A general principle behind all gifts of the Spirit is that we don’t control them, God does. If we are blessed with a gift of the Spirit it is because there is a purpose behind that gift. We must always assume the Lord does nothing without purpose behind the action. In the case of the day of Pentecost the gift of tongues did two things immediately. First it was a dramatic demonstration that rewarded the faith being exercised by the members of the Church, who were all covenant makers and keepers. Second, the demonstration of the Spirit’s power attracted the attention of those who spoke other languages where the gospel needed to be preached. It led to the conversion of 3,000 people that day.

We can’t always point to one specific reason for someone experiencing a gift of the Spirit, but there is always at least one good reason or it wouldn’t be on display. For those members of the Church who experienced the cloven tongues of fire and the gift of tongues, that day served to inspire and strengthen them through the many hardships they would face in the years to come. For many who were converted partly because of this gift, it opened doors in other countries for the time when the missionaries would go to those different locations with the gospel message.

The most widely seen use of the gift of tongues today is with our missionaries who need to speak foreign languages. Our missionary training facilities are the envy of every government on earth. No one can teach people to speak a foreign language like The Church of Jesus Christ of Latter-day Saints. Governments desperately try to duplicate what we do in the missionary language program in order to train their spies, diplomates, couriers, etc. the languages they need them to speak. No one comes even remotely close to the success rate of our missionaries no matter how much money they throw at their programs. The fact of the matter is, our missionaries have been blessed with the gift of tongues, and that is not something you can buy or duplicate.

Day 3

Acts 2:36–47; 3:13-32 – The first principles and ordinances of the gospel help me come unto Christ.

Record your impressions in your journal or notebook. As you study Acts 1-5, the Holy Ghost can inspire you to find truths that are relevant for your life. Take note of verses that impress you, and look for opportunities to share what you are learning.

How does repentance bring us to baptism and to Christ? Please refer to Why the “First Fruits of Repentance” is Baptism. This regular pattern of repent, covenant (sacrament), live righteously, improve  is what brings us closer to the Christlike ideal.

Day 4

Acts 3:19–21 – What are “the times of refreshing” and “the times of restitution of all things”?

Record your impressions in your journal or notebook. As you study Acts 1-5, the Holy Ghost can inspire you to find truths that are relevant for your life. Take note of verses that impress you, and look for opportunities to share what you are learning.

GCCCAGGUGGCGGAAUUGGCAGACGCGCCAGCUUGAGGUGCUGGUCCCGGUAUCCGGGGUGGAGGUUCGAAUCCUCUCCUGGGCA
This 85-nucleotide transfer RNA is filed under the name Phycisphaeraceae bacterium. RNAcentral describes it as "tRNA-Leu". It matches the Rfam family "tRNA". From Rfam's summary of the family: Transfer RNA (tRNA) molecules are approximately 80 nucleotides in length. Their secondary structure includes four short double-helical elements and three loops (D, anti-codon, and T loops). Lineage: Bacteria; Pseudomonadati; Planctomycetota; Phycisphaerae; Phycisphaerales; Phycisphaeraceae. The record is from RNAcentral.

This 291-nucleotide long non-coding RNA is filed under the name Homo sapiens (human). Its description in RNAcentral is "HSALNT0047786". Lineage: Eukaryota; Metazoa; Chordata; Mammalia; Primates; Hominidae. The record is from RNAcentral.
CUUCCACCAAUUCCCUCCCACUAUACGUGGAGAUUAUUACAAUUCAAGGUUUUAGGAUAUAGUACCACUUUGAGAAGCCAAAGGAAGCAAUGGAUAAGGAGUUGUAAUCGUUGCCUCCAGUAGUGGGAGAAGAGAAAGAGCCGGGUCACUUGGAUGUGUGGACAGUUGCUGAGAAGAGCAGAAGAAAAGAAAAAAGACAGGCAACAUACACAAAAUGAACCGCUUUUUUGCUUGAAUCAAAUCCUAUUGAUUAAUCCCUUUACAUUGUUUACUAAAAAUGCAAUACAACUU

Times of refreshing

The “times of refreshing” is one of those wonderfully descriptive phrases that paints the perfect picture. Think of a house that has been built, and the family has moved into it. Now, after many decades of family living, the original owners of the house die and their children come in to set things right again. They tear out the old, worn out carpets and put new carpets and flooring down. They paint the walls, giving them a fresh, clean look again. They fix the wiring to bring it up to code, and repair all the holes in the walls. They fix the squeaky stairs and put in new light fixtures to brighten up the house, and finally give the whole outside of the house a makeover and new treatment to update the look of the house. For this house, this is the time of refreshing, making it like it was when it was first built.

When the Savior comes again, the world will go back to its Terrestrial glory. Everything will be put back the way it was before the Fall of Adam and Eve. All the damage and destruction, the wear and the tear of humanity on the face of the earth will be gone, and the earth will be like new again.

Restitution of all things

With regards to “the times of restitution of all things” the Lord has told us over and over again that everything, every doctrine, every priesthood key, every practice, would be given to his people in the last days. This will be a time for the gathering together of all truth in preparation for the Lord’s personal reign on the earth. The restoration of the gospel only began in the early 1800’s, it did not finish then. As we witness all the changes that are taking place in the Church from year to year we are witnessing the continuation of the restoration of all things.

You might ask, “What does changing Church meeting times or changing to a home-centered, Church-supported Sunday School curriculum have to do with the restoration of all things?” I would answer that the Lord needs to move us and prepare us to be of the same caliber of people as the City of Enoch. When the Savior returns the City of Enoch will return as well, and we need to be a people who are prepared to live in harmony with them. That means we need to become a more holy people, more united in all things. The changes in the Church are incremental steps to get us where we need to be for the Savior’s return. There will be continual changes made from now until the Lord’s second coming.

There are so many things still to look forward to. We will receive new scripture. The New Jerusalem will be built. The missionaries will gain access to every nation on earth, and the government of the Lord’s Church will change according to the needs of its people. We have so much to look forward to!

Day 5

Acts 3; 4:1-31; 5:12-42 – Disciples of Jesus christ are given power to perform miracles in His name.

Record your impressions in your journal or notebook. As you study Acts 1-5, the Holy Ghost can inspire you to find truths that are relevant for your life. Take note of verses that impress you, and look for opportunities to share what you are learning.

Before continuing on ponder this question: Why do you think Jesus did miracles during his ministry?

Yes, Jesus was doing the works of his Father, showing the people the grace and mercy our Father would have shown them were He here in person. It is true that Jesus did them out of love for his brothers and sisters, in large measure because he could. They needed what he could do for them, and he found joy in that service.